During the hustle and bustle of E3 2013, I had the chance to sit down with Craig Flannagan, Microsoft Director of Marketing, to talk about some of the Xbox One‘s more unique features: The Cloud and the Kinect.
Being introduced to the new generation of console gaming is cloud computing. The Cloud, as Microsoft calls it, will open up a number of possibilities for game developers. We’ve already learned how developers Respawn Entertainment are going to utilize the Xbox One’s Cloud to host dedicated servers, and even offload some of the game’s data to provide a better, smoother experience.
I asked Flannagan for his take on how The Cloud will improve gaming on the Xbox One.
“The cloud is a really important part of it,” he reassured. “Xbox One is going to be the best place to play games and a big reason for that is that games come alive because of the cloud. So, the game that you get on that first day is going to change. It’s going to be a different game. It’s going to evolve, have living worlds, worlds that change, worlds that persist. What we’re doing is we’re giving developers a palette so they can create games they wouldn’t be able to create anywhere else.”
“From an Xbox Live standpoint, [you’ll have] the ability to play your games anywhere. Anywhere you go, you can sign in and all your games are there. With game DVR and Upload Studio, [you’ll have] the ability to capture your multiplayer moments, good or bad, epic wins or epic fails, edit them up, and share them out. Those are the social features of the cloud and what’s going to make games different and only available on Xbox One.”
“We’re just at the beginning. We’re a day and a half into this [at the time] and there’s so much more to come, but we’re already seeing the promise of games that you’ll only be able to find on Xbox One because we’re the only one giving those developers the tools to do that.”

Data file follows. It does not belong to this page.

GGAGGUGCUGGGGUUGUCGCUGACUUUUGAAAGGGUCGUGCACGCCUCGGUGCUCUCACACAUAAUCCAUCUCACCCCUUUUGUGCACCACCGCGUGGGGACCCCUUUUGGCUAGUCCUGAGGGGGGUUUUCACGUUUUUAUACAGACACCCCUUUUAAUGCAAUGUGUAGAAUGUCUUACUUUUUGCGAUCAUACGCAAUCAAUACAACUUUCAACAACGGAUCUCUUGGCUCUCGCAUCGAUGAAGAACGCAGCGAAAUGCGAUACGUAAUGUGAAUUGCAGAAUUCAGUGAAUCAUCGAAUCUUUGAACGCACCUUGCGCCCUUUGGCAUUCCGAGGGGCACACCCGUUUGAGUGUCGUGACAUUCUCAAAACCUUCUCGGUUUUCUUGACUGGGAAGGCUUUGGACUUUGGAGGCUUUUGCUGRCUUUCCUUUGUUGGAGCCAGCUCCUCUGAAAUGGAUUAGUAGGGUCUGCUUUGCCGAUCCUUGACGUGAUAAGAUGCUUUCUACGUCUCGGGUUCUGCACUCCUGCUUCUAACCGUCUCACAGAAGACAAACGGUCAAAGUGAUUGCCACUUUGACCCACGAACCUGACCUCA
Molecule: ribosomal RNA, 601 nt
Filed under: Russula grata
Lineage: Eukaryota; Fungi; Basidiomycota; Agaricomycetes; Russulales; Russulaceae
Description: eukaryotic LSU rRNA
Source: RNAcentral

When it comes to the Xbox 360, the Kinect was a bit of a hit-and-a-miss. Not every 360 gamer had one in their household, and therefor, developers were constantly faced with the question, ‘do we use up resources to create an experience centered around a device that not everyone owns?’
While every Xbox One is going to come packed with the newest version of the Kinext, making things a bit clearer for game developers, Microsoft doesn’t want to shove it down your throat and have you waving and yelling at your TV non-stop for the rest of your gaming life time.
“I think you’re going to continue to see experiences that are predominantly Kinect, that include Kinect, and some that are mostly controller-based,” Flannagan explained. “We’ll continue to give consumers choice and, really, creators choice. The fun part, from a creator’s standpoint, for us, is that every Xbox One comes with a Kinect. There’s that toolset we’re giving developers that’s just awesome. Every Xbox One’s going to come with a Kinect, every Xbox One is going to be connected to The Cloud. That gives you opportunity. There’ll be a lot more to come on Kinect games as well.”
Xbox One hits shelves this November. You can reserve yours here.